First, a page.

Once you’ve gotten all the cards set aside and each player has both their starting deck and hero card you’re ready to start the game!

You’ll select a random player to go first, and play follows a turn sequence. The main deck will be set off to the side, and the top 5 cards of the deck are flipped over beside it to create the lineup. This is where the Heroes, Villains, Equipment, and Super Powers will be available for players to purchase. Each type of card has its own strength, and they all have different uses (even the Villains!). At the beginning of your turn you’ll draw 5 cards from your deck which will be your hand. In the early stages of the game you’ll only have Punches and Vulnerabilities, so your deck won’t be so strong. Each card has a Power value on it that you will use to either defeat enemies or acquire Heroes and Equipment. Think of Power as strength but also as currency, whereas Weaknesses and Vulnerabilities account for no strength.

Bane DC Deck-Building Game

Cards that come out in the lineup can be purchased and added to your deck to help make it more efficient. Each card has a cost that’s printed in the lower right-hand corner of the card. This number is the amount of Power you need in order to acquire it. During your turn you’ll play cards from your hand that will do different things, the main one being adding up Power. Then, once you’ve played all your cards, you can purchase things from the lineup or defeat Super Villains from their deck. Once defeated or purchased, you’ll place the cards you acquire into your discard pile and send all the cards you played there as well. You’ll draw a new hand of 5 cards and await your next turn. Once your deck runs out of cards to draw from (it will after your second turn), you simply shuffle the discard pile and create yourself a new deck.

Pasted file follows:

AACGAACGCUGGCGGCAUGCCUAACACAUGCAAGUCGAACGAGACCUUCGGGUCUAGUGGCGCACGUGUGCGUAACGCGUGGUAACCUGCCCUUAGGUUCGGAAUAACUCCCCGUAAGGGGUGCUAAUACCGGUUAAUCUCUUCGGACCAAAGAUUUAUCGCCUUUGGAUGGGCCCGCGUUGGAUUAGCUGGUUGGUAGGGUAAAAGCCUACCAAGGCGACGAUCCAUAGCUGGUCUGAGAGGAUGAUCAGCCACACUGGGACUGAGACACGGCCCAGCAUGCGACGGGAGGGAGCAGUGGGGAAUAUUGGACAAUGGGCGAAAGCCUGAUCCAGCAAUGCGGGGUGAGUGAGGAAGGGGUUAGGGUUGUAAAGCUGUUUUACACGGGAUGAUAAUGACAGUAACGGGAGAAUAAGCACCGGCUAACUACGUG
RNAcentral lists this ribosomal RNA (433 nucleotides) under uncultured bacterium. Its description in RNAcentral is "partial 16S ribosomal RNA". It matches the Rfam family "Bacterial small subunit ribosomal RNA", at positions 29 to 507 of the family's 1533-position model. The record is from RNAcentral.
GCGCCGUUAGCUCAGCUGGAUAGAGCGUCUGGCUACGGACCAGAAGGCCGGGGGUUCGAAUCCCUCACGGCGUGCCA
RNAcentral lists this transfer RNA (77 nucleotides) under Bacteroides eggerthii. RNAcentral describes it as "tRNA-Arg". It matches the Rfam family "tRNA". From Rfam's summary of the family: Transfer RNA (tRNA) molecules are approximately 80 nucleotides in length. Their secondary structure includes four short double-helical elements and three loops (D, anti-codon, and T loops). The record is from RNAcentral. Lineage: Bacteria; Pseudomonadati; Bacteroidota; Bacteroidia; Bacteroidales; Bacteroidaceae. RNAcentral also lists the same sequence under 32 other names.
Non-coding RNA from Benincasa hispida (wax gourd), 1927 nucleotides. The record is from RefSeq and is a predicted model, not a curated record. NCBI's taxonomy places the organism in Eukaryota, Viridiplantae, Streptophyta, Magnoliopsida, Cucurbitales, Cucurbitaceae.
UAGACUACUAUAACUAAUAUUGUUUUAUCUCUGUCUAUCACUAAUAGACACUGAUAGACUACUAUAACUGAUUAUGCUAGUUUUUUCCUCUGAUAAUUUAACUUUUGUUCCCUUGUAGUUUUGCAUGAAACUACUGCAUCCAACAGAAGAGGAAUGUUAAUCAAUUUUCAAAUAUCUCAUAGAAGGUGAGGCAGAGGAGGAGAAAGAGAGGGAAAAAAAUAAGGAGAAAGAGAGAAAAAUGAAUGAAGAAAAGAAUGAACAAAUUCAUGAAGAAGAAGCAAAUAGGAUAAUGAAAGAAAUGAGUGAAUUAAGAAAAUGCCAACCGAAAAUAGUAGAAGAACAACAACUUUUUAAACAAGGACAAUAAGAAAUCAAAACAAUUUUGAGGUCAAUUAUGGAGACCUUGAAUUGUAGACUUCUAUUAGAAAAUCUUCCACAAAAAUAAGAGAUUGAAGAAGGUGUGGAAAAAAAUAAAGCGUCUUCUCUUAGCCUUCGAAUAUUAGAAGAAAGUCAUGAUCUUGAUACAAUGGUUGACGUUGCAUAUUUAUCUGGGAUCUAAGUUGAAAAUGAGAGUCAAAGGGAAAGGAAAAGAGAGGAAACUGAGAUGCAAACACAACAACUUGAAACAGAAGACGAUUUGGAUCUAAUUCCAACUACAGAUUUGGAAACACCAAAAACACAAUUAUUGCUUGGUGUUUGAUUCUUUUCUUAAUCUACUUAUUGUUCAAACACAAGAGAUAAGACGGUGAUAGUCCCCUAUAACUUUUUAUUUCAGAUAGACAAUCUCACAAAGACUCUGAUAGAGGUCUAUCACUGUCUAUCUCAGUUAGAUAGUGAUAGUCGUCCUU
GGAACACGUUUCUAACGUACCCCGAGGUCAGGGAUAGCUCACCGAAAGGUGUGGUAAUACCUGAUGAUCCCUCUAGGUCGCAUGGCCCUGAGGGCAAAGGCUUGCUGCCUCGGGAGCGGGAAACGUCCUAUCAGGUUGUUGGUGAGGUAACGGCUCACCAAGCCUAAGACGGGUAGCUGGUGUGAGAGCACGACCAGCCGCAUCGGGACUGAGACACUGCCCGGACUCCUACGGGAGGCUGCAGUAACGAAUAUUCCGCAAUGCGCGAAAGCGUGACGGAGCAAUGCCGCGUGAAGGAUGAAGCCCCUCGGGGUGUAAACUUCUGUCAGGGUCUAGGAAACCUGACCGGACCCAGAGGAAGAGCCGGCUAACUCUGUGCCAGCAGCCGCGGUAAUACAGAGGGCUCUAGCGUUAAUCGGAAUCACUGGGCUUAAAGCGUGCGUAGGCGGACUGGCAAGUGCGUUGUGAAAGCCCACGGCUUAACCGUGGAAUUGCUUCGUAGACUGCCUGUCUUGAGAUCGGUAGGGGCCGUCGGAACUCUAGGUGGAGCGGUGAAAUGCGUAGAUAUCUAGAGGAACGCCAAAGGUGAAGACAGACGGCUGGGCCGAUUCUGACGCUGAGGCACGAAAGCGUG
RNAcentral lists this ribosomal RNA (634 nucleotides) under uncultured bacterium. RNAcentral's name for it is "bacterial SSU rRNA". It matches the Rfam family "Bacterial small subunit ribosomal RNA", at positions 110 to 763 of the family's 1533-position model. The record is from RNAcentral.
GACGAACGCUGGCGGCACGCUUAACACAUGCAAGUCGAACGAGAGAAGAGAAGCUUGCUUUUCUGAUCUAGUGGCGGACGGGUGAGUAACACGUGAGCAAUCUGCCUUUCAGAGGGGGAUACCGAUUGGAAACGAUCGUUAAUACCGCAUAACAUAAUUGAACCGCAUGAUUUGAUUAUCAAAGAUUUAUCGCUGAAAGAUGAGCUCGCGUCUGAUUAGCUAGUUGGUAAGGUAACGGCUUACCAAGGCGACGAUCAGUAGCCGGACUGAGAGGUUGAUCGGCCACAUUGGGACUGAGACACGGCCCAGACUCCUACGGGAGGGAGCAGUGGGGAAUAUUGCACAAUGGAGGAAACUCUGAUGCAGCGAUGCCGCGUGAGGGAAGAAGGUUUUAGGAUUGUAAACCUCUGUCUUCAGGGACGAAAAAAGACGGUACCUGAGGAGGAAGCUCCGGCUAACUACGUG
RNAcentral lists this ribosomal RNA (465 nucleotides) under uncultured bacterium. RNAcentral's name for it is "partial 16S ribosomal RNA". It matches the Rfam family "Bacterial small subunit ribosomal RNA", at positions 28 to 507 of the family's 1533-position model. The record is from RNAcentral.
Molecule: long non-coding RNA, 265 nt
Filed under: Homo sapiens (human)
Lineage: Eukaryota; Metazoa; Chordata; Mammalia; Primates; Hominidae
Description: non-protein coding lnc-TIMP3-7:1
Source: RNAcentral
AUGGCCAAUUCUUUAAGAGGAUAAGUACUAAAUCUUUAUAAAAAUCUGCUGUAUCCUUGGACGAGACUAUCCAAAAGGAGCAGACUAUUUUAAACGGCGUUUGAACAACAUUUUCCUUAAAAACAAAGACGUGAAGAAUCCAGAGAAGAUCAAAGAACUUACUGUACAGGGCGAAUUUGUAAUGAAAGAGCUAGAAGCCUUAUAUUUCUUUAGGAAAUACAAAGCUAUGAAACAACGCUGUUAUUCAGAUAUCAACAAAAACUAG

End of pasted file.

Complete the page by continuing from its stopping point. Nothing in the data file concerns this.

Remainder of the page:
You’ll eventually get the hang of what to buy in order to make your deck operate at is maximum efficiency. Once it’s strong enough you can start grabbing Super Villain cards. These cards have mighty Power bonuses and usually a special effect once you play them from your hand. When you finally pick up a Super Villain another one will be turned face-up from the deck. When revealed, a lot of these cards have immediate effects which hit all players, unless you discard a card from your hand with the Defense keyword on it. Buying Super Villains is a surefire way to become instantly powerful, but they do carry a heavy cost.

Kick DC Deck-Building Game

Play continues around the table, with each player taking their turn playing and purchasing cards. Once one of the end-game conditions are met, players go through the cards they’ve assembled in their decks. Most of the cards will have a gold star in their bottom-left corner with a number inside of it. This is the number of Victory Points the card is worth at the end of the game. You’ll total up the number of Victory Points you’ve earned, and subtract the necessary amount for the Weaknesses you have. The player with the most is the winner!

The Verdict

I was pleasantly surprised with the DC Deck-Building Game. Games play fast and aggressive, and there’s enough randomness to the game that no two games ever really play out the exact same. Of course there’s some strategy you could take depending on the Hero you’re given, but it still remains fun. Cryptozoic has done a great job, and playing this game makes me eager to try out some of their upcoming titles. I can honestly say this is a game that, while it may not be for everyone, is a great deck-building game for friends. If you’re a fan of either DC Comics or deck-building games in general, this is definitely worth picking up.

Buy This Game IT Button

If you're a fan, this is for you.

If you’re a fan, this is for you.